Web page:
A Week in Review: Rutgers University Basketball Scandal

By Megan Maziar

April has not been a good month for New Jersey’s Rutgers University. Beginning last Tuesday a men’s basketball scandal ripped through the campus leaving students, faculty and fans stunned. The video that was leaked showed head basketball coach, Mike Rice, shoving, grabbing and throwing balls at players in practice and using anti-gay slurs.

ESPN got the video from former NBA player Eric Murdock, the team’s former player development director. Murdock told the network the school fired him for blowing the whistle on Rice. Rutgers claims he was let go for “insubordinate conduct” unrelated to the video. Needless to say, this video, which went viral, prompted outrage and calls from players, fans and New Jersey Governor Chris Christie for the ousting of Coach Rice. On Wednesday, shortly after the release of the video, Rutgers fired Rice and on Thursday, Jimmy Martelli, one of Rice’s assistants, resigned. The crisis came to a head on Friday, when Rutgers President,Robert Barchi announced the resignation of athletic director Tim Pernetti, as well as that of John Wolf, Rutgers’ interim general counsel.

Mike Rice

Now, with the scandal out there for the world to see, people want answers. Why was Coach Rice not let go immediately? How was this scandal overlooked? Is this same abuse happening in more programs at Rutgers or, perhaps, in college sports programs all over the country?

According to Rutgers Athletic Director Tim Pernetti, the disturbing video came to his attention in November of 2012. Although dismissal and corrective action were debated at that time, with the approval of Barchi, Rutgers decided to attempt to rehabilitate Rice. They suspended him for three games, fined him $75,000 and sent him to anger management classes. After the video was leaked to ESPN, Governor Chris Christie demanded that Pernetti fire Rice.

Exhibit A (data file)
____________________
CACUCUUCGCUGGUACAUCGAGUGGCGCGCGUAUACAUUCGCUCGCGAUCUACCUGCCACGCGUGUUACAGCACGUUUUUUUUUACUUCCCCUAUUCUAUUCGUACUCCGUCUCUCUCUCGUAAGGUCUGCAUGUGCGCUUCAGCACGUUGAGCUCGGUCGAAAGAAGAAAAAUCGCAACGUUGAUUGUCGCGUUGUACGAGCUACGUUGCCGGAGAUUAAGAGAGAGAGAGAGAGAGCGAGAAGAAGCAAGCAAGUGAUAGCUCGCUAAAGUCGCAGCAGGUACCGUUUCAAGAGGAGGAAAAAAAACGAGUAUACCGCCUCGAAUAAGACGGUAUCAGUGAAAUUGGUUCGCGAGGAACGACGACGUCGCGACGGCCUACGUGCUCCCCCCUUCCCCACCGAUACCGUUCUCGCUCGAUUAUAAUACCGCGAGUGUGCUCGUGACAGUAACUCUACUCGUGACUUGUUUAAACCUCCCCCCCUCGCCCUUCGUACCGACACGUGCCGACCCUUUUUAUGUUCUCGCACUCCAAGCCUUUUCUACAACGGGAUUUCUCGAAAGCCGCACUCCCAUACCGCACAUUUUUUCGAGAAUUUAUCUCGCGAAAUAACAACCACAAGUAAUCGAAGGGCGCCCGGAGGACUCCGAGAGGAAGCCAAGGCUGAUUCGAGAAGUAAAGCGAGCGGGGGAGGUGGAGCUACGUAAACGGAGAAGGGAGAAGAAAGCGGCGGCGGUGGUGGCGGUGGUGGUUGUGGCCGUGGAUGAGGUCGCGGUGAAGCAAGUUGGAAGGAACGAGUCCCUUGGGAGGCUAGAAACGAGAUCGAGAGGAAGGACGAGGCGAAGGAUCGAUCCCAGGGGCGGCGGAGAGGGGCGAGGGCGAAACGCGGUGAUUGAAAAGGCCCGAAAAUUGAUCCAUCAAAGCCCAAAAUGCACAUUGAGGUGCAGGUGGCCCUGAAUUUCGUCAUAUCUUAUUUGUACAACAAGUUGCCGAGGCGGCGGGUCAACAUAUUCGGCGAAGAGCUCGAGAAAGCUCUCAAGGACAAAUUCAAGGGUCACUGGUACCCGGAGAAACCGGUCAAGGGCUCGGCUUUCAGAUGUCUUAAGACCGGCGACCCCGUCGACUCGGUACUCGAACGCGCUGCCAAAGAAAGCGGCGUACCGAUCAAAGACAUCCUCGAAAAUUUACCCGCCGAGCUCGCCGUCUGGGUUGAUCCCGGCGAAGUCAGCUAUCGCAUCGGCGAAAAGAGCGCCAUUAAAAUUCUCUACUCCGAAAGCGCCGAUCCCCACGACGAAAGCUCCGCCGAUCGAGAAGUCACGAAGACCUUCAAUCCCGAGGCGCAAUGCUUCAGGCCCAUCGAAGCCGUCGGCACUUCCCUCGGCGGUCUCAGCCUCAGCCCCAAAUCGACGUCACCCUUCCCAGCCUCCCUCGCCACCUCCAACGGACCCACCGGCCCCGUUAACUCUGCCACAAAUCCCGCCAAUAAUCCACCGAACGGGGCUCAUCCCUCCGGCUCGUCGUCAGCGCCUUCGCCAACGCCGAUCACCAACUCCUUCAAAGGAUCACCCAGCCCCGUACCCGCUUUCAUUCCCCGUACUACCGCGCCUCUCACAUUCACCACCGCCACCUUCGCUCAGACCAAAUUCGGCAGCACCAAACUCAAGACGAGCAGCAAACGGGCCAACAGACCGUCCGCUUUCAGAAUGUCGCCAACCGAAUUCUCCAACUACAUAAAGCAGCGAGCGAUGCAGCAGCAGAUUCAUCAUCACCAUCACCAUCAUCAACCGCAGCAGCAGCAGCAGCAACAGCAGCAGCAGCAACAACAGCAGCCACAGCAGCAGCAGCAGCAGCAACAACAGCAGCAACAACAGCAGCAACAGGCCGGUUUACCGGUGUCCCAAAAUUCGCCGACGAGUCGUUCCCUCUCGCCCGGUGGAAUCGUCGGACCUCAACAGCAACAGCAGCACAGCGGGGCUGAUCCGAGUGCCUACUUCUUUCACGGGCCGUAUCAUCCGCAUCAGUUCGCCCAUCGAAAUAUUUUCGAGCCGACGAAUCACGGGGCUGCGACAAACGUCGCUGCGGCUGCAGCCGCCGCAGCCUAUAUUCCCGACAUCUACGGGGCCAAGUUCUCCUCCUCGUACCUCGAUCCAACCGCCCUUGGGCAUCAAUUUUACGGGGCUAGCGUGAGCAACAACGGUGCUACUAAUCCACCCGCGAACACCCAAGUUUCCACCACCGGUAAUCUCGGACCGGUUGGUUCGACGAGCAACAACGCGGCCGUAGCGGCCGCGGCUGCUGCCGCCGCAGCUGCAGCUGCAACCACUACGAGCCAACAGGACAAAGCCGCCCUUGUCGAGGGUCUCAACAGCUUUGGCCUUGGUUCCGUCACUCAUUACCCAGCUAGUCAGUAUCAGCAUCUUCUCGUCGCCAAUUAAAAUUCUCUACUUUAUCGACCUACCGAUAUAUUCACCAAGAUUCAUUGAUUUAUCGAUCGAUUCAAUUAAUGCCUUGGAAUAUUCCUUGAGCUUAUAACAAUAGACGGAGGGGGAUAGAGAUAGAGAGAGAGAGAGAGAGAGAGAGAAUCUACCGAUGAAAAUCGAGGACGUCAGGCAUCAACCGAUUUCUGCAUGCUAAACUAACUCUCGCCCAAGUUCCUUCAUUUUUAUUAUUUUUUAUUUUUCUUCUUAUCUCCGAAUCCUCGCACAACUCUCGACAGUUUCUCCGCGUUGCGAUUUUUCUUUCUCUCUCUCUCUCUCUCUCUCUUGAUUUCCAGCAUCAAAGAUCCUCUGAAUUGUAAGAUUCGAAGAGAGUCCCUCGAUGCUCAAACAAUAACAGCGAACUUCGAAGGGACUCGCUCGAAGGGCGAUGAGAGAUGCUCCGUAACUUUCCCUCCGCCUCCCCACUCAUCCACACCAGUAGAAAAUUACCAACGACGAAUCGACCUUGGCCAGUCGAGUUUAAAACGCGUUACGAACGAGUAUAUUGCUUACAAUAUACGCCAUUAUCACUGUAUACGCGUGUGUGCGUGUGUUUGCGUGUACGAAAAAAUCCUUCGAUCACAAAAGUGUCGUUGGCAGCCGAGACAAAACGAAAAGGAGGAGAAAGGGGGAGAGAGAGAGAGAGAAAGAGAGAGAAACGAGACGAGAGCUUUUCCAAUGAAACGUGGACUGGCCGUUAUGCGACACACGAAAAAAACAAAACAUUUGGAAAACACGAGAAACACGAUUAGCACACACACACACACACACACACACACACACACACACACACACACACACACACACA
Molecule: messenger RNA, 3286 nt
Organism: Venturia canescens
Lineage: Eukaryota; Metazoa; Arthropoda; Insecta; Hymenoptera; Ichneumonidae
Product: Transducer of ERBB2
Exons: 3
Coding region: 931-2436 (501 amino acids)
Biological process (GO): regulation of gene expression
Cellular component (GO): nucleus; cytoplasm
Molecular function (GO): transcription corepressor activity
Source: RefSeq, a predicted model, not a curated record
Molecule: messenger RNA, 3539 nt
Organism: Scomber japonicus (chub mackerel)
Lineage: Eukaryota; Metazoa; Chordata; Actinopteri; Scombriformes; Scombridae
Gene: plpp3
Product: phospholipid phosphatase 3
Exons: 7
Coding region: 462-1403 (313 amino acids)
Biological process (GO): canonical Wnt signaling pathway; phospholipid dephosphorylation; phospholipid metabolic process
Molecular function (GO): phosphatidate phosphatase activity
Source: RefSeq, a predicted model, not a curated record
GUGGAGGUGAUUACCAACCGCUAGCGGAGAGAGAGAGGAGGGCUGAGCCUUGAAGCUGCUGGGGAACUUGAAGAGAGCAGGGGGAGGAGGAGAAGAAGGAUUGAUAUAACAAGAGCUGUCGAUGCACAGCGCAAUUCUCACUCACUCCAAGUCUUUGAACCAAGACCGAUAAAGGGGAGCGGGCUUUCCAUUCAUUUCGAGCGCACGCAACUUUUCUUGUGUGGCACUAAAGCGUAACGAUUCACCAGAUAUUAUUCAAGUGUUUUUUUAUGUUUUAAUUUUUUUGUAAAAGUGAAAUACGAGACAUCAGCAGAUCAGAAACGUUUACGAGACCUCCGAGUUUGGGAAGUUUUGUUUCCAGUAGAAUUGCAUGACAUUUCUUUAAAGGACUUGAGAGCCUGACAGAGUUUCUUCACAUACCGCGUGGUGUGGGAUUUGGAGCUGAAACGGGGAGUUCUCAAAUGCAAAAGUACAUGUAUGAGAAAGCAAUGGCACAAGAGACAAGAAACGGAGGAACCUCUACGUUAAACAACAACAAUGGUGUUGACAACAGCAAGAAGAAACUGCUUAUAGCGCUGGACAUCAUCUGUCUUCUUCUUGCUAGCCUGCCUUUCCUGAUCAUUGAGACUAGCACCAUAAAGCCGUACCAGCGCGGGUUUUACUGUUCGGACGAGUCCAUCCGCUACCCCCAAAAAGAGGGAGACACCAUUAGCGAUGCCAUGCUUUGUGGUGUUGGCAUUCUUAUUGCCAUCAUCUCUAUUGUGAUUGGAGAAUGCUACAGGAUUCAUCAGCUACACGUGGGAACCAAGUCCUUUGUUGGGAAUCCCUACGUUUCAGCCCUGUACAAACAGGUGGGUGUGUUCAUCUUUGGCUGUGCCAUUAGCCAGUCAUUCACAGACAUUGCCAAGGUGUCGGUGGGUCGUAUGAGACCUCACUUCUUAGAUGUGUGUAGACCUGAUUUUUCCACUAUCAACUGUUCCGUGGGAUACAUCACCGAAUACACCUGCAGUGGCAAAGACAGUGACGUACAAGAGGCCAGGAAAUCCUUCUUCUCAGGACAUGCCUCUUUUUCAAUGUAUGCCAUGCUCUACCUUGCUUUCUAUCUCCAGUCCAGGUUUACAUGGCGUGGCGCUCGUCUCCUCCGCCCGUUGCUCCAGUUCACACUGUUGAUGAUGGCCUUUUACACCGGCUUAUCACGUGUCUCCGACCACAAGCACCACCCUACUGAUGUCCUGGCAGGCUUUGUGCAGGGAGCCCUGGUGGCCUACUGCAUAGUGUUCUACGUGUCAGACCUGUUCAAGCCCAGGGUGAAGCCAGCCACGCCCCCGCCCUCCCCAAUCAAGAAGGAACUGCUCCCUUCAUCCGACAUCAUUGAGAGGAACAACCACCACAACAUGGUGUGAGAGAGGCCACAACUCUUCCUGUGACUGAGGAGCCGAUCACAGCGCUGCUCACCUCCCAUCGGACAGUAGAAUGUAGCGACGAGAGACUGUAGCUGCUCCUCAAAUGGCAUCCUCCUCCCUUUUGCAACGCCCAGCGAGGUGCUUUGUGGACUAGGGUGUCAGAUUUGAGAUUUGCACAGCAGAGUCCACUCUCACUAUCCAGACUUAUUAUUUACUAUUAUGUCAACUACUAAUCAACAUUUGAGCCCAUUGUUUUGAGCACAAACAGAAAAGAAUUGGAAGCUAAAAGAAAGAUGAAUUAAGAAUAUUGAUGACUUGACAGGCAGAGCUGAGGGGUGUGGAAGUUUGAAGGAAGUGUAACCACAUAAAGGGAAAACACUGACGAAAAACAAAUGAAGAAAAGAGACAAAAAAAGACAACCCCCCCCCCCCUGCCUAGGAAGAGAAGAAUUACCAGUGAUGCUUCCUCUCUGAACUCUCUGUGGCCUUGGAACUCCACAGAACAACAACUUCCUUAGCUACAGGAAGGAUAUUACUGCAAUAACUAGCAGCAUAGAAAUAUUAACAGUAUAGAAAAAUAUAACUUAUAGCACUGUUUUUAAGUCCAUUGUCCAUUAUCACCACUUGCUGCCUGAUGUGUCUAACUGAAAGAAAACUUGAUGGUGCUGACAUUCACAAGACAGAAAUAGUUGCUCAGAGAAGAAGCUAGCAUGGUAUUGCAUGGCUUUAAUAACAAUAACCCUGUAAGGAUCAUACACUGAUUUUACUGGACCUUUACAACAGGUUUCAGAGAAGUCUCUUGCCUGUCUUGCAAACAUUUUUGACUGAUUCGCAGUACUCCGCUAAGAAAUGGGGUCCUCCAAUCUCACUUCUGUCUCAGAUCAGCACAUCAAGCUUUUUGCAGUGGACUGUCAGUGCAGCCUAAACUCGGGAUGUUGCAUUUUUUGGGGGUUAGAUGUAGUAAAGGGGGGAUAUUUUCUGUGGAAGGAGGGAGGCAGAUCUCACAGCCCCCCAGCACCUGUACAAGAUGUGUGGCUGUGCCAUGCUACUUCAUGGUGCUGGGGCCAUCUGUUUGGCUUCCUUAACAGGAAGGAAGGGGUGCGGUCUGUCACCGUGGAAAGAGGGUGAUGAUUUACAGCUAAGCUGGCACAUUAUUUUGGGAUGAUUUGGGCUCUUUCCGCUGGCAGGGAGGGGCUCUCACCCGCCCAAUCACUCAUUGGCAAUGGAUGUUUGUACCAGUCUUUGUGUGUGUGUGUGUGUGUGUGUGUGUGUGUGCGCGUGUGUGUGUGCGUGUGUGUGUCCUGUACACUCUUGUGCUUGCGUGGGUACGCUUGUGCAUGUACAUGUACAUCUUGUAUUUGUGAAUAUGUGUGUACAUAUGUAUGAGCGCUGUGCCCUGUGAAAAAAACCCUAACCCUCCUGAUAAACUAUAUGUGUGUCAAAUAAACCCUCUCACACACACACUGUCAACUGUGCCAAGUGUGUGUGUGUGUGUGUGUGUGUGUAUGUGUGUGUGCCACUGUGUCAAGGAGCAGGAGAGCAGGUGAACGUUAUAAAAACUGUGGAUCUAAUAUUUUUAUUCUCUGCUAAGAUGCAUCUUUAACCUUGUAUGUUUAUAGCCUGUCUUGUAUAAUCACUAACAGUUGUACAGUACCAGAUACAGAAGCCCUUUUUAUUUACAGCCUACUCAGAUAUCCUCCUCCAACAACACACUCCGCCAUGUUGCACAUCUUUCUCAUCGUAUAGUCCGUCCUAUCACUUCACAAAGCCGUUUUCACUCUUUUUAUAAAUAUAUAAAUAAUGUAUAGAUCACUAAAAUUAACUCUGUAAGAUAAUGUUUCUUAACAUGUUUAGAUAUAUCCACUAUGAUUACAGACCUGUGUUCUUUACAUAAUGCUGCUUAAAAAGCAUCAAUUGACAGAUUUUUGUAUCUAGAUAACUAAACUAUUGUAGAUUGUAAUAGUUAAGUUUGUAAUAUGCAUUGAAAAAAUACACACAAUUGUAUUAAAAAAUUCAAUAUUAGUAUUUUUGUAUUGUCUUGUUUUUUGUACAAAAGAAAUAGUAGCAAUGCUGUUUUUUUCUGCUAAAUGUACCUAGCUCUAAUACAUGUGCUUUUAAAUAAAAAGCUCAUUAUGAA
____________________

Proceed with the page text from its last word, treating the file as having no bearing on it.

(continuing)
In response to why Rice was not fired back in November when the video first came to Rutgers attention, Pernetti said that his first instincts had been to fire Rice but that after an administration review of an investigative report the “consensus was that university policy would not justify dismissal”. Barchi said his early decision was based on a summary of what the university’s investigation found and that he himself had never watched the actually video until it was leaked on Tuesday. After seeing the video Barchi said that the oversight was a failure of process and that he regrets that he did not ask to see this video when Tim first told him of its existence. He apologized to the entire Rutgers community for the negative impact that this situation has had on the college. Yesterday, in response to the scandal, Rutgers announced that they would review practice videos from all sports to see if any other coach engaged in abusive behavior.

Robert Barchi, President of Rutgers University

In my opinion, there is absolutely no excuse for Rutgers not firing Coach Rice when the video came to their attention back in November. How far are schools willing to let their coaches go to “motivate” players? The message that this type of behavior sends to young athletes is appalling and Rutgers should be ashamed of themselves for not putting a stop to Rice earlier. Unfortunately, coach Rice’s behavior is not rare; rather behavior like this is just rarely exposed. Fortunately, these scandals are being exposed more today than ever before, leaving the NCAA and universities everywhere with many tough choices ahead.

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